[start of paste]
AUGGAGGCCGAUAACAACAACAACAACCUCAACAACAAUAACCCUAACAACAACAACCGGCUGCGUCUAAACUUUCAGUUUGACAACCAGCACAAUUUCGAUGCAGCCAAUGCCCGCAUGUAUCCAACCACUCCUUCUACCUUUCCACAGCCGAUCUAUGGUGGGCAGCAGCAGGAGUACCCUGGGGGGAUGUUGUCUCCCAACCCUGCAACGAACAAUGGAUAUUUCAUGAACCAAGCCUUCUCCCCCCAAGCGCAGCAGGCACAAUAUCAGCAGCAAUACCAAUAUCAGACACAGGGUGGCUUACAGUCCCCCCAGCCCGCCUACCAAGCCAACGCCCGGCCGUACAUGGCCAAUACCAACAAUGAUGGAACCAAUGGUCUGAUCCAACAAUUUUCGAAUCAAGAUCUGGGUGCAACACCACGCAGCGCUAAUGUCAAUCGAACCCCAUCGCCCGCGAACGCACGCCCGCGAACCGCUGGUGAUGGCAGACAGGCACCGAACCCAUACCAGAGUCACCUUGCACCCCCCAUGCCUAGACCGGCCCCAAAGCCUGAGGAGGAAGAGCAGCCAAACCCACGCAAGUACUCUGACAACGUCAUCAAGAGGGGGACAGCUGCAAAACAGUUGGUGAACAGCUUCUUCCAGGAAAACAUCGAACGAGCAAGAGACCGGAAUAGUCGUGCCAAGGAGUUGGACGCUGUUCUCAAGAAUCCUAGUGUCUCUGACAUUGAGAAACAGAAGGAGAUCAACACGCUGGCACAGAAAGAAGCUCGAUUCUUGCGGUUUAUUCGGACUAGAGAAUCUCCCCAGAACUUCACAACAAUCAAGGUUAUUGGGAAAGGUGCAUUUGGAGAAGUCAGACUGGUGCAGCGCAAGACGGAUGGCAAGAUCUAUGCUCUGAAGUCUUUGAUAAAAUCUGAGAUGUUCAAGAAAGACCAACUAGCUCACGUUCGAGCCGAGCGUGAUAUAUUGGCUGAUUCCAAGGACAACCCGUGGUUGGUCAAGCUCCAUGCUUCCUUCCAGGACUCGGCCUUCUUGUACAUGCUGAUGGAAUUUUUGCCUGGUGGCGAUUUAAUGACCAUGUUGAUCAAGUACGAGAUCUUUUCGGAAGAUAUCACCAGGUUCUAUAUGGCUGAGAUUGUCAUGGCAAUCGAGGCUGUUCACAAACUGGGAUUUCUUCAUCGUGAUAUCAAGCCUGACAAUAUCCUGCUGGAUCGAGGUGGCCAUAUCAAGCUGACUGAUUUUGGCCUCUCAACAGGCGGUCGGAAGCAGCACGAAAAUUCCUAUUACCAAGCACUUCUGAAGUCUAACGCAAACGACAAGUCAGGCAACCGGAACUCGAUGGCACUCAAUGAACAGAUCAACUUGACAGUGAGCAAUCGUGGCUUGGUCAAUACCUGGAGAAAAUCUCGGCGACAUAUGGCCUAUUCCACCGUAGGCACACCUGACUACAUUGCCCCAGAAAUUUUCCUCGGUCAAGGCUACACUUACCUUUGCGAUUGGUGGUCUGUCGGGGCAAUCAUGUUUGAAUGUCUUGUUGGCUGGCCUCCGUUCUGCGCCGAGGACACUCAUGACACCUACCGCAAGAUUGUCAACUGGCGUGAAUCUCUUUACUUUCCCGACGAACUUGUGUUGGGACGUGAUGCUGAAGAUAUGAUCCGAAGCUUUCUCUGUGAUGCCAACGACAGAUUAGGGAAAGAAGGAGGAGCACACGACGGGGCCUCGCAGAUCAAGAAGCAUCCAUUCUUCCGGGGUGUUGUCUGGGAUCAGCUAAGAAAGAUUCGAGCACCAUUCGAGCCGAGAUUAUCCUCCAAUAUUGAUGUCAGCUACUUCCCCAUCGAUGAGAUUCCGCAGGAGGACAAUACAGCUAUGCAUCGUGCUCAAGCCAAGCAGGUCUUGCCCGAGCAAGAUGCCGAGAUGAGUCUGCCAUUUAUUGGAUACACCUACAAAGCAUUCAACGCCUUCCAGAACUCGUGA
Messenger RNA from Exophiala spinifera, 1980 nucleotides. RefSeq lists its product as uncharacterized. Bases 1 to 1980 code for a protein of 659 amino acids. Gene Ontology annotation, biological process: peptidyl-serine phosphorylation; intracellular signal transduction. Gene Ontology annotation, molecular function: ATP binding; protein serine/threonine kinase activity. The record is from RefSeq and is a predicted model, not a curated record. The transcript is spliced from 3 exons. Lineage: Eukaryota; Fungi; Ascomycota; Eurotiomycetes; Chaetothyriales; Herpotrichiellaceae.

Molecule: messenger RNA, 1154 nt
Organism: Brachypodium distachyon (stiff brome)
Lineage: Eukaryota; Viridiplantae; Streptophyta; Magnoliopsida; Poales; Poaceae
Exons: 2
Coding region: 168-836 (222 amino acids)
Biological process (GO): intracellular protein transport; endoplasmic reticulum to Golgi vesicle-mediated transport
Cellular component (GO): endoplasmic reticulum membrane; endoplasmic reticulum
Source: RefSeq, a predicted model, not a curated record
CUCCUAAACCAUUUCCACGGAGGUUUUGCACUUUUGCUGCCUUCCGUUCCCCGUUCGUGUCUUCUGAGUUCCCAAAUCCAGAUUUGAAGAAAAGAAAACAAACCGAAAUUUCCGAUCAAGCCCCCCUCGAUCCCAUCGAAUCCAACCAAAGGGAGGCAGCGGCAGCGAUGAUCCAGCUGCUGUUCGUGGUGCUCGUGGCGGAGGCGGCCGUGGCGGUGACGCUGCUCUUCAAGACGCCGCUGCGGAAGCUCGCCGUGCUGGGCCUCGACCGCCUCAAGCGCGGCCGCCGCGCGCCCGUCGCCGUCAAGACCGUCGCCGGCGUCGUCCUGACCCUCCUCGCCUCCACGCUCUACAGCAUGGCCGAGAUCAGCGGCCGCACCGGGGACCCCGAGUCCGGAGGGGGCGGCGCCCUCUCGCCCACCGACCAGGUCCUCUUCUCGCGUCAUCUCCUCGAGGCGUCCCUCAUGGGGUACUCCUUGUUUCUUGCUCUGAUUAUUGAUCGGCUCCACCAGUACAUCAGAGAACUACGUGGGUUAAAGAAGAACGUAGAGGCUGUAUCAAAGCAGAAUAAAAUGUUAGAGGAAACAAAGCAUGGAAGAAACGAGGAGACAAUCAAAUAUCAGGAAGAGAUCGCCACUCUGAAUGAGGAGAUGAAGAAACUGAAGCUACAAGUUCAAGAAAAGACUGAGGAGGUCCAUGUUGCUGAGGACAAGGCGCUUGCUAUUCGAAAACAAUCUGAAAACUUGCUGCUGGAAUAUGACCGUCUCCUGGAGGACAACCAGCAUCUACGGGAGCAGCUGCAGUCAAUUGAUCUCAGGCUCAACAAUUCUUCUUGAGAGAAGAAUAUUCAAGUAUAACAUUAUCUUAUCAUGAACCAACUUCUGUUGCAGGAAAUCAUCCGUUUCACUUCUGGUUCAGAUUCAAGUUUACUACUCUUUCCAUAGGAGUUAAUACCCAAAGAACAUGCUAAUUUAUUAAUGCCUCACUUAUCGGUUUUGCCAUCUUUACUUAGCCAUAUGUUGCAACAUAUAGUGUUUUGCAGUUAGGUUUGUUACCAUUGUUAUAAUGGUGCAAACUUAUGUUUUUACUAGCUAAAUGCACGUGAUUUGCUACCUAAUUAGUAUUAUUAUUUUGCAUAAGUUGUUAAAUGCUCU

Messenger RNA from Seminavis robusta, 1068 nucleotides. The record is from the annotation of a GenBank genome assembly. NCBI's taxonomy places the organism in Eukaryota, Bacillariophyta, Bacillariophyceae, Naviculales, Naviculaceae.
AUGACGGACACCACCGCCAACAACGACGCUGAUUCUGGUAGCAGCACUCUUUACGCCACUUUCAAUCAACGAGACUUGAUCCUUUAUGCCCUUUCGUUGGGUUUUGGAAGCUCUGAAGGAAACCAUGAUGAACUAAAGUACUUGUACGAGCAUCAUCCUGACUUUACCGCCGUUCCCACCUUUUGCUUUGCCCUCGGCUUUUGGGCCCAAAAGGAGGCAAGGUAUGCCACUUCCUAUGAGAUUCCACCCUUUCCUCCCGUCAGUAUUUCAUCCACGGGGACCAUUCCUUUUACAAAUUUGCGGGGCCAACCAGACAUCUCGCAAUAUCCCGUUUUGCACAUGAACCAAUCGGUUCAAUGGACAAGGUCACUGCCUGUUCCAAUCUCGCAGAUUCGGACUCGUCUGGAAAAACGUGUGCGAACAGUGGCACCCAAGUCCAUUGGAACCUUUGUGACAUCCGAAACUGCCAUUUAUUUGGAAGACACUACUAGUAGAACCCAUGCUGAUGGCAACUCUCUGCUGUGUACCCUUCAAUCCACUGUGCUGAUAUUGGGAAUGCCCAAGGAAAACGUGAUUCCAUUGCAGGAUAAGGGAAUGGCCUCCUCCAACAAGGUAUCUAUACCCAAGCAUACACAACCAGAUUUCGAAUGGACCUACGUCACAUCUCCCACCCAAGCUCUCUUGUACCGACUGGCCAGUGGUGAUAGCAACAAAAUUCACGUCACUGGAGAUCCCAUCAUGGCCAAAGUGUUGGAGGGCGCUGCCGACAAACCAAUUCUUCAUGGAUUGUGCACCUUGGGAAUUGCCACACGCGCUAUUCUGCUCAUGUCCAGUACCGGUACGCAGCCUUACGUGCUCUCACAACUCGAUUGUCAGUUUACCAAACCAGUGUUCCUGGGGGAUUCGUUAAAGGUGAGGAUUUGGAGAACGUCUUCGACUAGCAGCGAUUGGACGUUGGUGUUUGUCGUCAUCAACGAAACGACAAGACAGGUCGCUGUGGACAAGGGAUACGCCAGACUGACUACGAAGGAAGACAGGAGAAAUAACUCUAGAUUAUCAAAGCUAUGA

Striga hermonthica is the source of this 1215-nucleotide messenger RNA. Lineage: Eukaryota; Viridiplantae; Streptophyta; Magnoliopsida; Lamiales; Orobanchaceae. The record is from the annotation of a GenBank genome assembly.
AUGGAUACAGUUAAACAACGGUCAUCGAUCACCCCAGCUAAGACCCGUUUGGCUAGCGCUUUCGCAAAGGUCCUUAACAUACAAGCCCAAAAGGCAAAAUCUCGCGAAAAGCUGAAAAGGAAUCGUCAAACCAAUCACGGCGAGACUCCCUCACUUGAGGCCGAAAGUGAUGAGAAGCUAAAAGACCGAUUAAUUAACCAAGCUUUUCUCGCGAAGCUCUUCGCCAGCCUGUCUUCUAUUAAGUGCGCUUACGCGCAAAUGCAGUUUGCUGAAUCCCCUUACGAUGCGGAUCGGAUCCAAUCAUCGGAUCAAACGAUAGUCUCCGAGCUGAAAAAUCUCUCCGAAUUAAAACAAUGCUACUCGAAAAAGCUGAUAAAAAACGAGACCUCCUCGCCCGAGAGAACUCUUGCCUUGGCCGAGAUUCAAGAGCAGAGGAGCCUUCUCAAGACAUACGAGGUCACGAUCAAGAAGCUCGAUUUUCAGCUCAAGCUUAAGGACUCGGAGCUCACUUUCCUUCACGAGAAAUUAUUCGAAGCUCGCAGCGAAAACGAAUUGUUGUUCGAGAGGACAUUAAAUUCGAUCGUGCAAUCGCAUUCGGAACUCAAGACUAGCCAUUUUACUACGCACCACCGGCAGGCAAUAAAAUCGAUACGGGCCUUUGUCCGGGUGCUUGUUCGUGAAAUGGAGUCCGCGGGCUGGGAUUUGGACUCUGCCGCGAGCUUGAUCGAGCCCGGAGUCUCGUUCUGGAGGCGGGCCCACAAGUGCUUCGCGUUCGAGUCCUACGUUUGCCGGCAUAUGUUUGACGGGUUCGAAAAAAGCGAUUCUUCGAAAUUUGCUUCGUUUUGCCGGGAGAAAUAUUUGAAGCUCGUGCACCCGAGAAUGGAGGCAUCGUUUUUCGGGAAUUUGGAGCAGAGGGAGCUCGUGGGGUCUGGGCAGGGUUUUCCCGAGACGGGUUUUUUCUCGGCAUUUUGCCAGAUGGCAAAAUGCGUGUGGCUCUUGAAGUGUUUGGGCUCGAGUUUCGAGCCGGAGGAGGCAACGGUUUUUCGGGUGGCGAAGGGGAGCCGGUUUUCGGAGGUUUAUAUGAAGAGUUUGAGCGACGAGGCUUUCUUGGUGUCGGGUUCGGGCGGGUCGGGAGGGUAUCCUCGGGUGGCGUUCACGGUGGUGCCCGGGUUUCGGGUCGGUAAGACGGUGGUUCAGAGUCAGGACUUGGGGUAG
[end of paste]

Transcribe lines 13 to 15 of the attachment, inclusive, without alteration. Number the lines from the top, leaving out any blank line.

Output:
AUGACGGACACCACCGCCAACAACGACGCUGAUUCUGGUAGCAGCACUCUUUACGCCACUUUCAAUCAACGAGACUUGAUCCUUUAUGCCCUUUCGUUGGGUUUUGGAAGCUCUGAAGGAAACCAUGAUGAACUAAAGUACUUGUACGAGCAUCAUCCUGACUUUACCGCCGUUCCCACCUUUUGCUUUGCCCUCGGCUUUUGGGCCCAAAAGGAGGCAAGGUAUGCCACUUCCUAUGAGAUUCCACCCUUUCCUCCCGUCAGUAUUUCAUCCACGGGGACCAUUCCUUUUACAAAUUUGCGGGGCCAACCAGACAUCUCGCAAUAUCCCGUUUUGCACAUGAACCAAUCGGUUCAAUGGACAAGGUCACUGCCUGUUCCAAUCUCGCAGAUUCGGACUCGUCUGGAAAAACGUGUGCGAACAGUGGCACCCAAGUCCAUUGGAACCUUUGUGACAUCCGAAACUGCCAUUUAUUUGGAAGACACUACUAGUAGAACCCAUGCUGAUGGCAACUCUCUGCUGUGUACCCUUCAAUCCACUGUGCUGAUAUUGGGAAUGCCCAAGGAAAACGUGAUUCCAUUGCAGGAUAAGGGAAUGGCCUCCUCCAACAAGGUAUCUAUACCCAAGCAUACACAACCAGAUUUCGAAUGGACCUACGUCACAUCUCCCACCCAAGCUCUCUUGUACCGACUGGCCAGUGGUGAUAGCAACAAAAUUCACGUCACUGGAGAUCCCAUCAUGGCCAAAGUGUUGGAGGGCGCUGCCGACAAACCAAUUCUUCAUGGAUUGUGCACCUUGGGAAUUGCCACACGCGCUAUUCUGCUCAUGUCCAGUACCGGUACGCAGCCUUACGUGCUCUCACAACUCGAUUGUCAGUUUACCAAACCAGUGUUCCUGGGGGAUUCGUUAAAGGUGAGGAUUUGGAGAACGUCUUCGACUAGCAGCGAUUGGACGUUGGUGUUUGUCGUCAUCAACGAAACGACAAGACAGGUCGCUGUGGACAAGGGAUACGCCAGACUGACUACGAAGGAAGACAGGAGAAAUAACUCUAGAUUAUCAAAGCUAUGA

Striga hermonthica is the source of this 1215-nucleotide messenger RNA. Lineage: Eukaryota; Viridiplantae; Streptophyta; Magnoliopsida; Lamiales; Orobanchaceae. The record is from the annotation of a GenBank genome assembly.
AUGGAUACAGUUAAACAACGGUCAUCGAUCACCCCAGCUAAGACCCGUUUGGCUAGCGCUUUCGCAAAGGUCCUUAACAUACAAGCCCAAAAGGCAAAAUCUCGCGAAAAGCUGAAAAGGAAUCGUCAAACCAAUCACGGCGAGACUCCCUCACUUGAGGCCGAAAGUGAUGAGAAGCUAAAAGACCGAUUAAUUAACCAAGCUUUUCUCGCGAAGCUCUUCGCCAGCCUGUCUUCUAUUAAGUGCGCUUACGCGCAAAUGCAGUUUGCUGAAUCCCCUUACGAUGCGGAUCGGAUCCAAUCAUCGGAUCAAACGAUAGUCUCCGAGCUGAAAAAUCUCUCCGAAUUAAAACAAUGCUACUCGAAAAAGCUGAUAAAAAACGAGACCUCCUCGCCCGAGAGAACUCUUGCCUUGGCCGAGAUUCAAGAGCAGAGGAGCCUUCUCAAGACAUACGAGGUCACGAUCAAGAAGCUCGAUUUUCAGCUCAAGCUUAAGGACUCGGAGCUCACUUUCCUUCACGAGAAAUUAUUCGAAGCUCGCAGCGAAAACGAAUUGUUGUUCGAGAGGACAUUAAAUUCGAUCGUGCAAUCGCAUUCGGAACUCAAGACUAGCCAUUUUACUACGCACCACCGGCAGGCAAUAAAAUCGAUACGGGCCUUUGUCCGGGUGCUUGUUCGUGAAAUGGAGUCCGCGGGCUGGGAUUUGGACUCUGCCGCGAGCUUGAUCGAGCCCGGAGUCUCGUUCUGGAGGCGGGCCCACAAGUGCUUCGCGUUCGAGUCCUACGUUUGCCGGCAUAUGUUUGACGGGUUCGAAAAAAGCGAUUCUUCGAAAUUUGCUUCGUUUUGCCGGGAGAAAUAUUUGAAGCUCGUGCACCCGAGAAUGGAGGCAUCGUUUUUCGGGAAUUUGGAGCAGAGGGAGCUCGUGGGGUCUGGGCAGGGUUUUCCCGAGACGGGUUUUUUCUCGGCAUUUUGCCAGAUGGCAAAAUGCGUGUGGCUCUUGAAGUGUUUGGGCUCGAGUUUCGAGCCGGAGGAGGCAACGGUUUUUCGGGUGGCGAAGGGGAGCCGGUUUUCGGAGGUUUAUAUGAAGAGUUUGAGCGACGAGGCUUUCUUGGUGUCGGGUUCGGGCGGGUCGGGAGGGUAUCCUCGGGUGGCGUUCACGGUGGUGCCCGGGUUUCGGGUCGGUAAGACGGUGGUUCAGAGUCAGGACUUGGGGUAG